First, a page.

Richard J. Shurtz, Attorney at Law

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Will choosing bankruptcy really mean I lose all of my stuff?

Bankruptcy has been unfairly depicted in the mainstream news and many other forms of popular media, leading many Washington consumers to adhere to a certain line of thinking concerning the process. Choosing bankruptcy can be a daunting task as is, and myths concerning the process can only further complicate the process. When financial stability is on the line, these popular myths can interfere with necessary decisions.

One of the biggest myths concerning bankruptcy is that the filer will lose anything and everything that he or she owns. From the car to the kitchen sink, supposedly nothing is sacred in Chapter 7 bankruptcy. This might be a popular belief, but most people who file for Chapter 7 never give up any of their possessions. Basic assets that are considered necessary for daily life are exempted during bankruptcy. These basic assets usually include homes and cars, as debtors would often have to incur more debt in order to achieve shelter and alternative transportation to and from work.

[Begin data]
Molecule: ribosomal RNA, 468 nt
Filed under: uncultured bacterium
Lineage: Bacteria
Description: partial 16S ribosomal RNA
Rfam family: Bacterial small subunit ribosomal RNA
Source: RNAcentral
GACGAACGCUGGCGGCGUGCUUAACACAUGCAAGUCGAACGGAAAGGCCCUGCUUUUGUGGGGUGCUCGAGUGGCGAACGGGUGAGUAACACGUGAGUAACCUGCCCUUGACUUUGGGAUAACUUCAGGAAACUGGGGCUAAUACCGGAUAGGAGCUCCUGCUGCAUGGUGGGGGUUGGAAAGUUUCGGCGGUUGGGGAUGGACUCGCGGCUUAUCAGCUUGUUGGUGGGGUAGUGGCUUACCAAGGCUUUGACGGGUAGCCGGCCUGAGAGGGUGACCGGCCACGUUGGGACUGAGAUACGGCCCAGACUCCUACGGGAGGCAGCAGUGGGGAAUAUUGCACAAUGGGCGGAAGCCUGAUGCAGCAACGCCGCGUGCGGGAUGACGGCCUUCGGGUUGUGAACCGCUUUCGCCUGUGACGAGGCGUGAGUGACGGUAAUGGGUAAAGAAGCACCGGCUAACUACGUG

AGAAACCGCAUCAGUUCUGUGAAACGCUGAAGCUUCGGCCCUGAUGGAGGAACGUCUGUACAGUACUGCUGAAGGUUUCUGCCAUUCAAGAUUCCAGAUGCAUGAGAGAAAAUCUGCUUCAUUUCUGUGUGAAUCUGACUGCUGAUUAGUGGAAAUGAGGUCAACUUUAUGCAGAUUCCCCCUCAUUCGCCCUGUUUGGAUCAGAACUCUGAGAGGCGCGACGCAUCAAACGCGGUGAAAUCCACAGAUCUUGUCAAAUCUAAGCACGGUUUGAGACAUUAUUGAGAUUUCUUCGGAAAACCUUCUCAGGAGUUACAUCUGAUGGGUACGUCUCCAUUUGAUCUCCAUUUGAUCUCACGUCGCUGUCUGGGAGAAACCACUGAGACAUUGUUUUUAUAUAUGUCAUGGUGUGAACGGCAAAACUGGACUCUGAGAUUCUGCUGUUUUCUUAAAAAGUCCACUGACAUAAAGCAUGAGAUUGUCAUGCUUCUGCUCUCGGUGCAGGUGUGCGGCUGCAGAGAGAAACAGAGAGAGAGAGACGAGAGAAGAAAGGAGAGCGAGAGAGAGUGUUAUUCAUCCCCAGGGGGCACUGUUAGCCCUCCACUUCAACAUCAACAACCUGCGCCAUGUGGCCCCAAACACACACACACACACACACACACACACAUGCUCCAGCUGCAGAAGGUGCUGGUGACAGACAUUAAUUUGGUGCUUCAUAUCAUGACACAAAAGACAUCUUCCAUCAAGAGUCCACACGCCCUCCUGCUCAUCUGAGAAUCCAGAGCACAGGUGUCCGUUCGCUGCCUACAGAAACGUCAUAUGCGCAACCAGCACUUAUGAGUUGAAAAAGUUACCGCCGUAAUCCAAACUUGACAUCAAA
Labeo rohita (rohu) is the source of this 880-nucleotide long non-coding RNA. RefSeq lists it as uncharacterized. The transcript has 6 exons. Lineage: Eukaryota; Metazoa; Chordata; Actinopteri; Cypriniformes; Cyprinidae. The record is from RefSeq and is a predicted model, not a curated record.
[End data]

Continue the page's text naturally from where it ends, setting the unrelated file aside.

Chapter 13 also allows people to retain ownership of their assets. However, the value of those assets can play a large role in process. The value of retained assets is factored into the repayment plan created during the Chapter 13 bankruptcy process.

Wanting to keep a home and means of travel is an understandable desire for most people in Washington. Choosing bankruptcy often comes at both financially and emotionally stressful times in life, and retaining the stability of a house can be both comforting and financially smart. Debtors in Washington typically do not have to fear losing these staples of stability when making the decision to deal with their debt through bankruptcy.

Source:, "5 Bankruptcy Myths Dispelled", Sean Pyles, June 7, 2016

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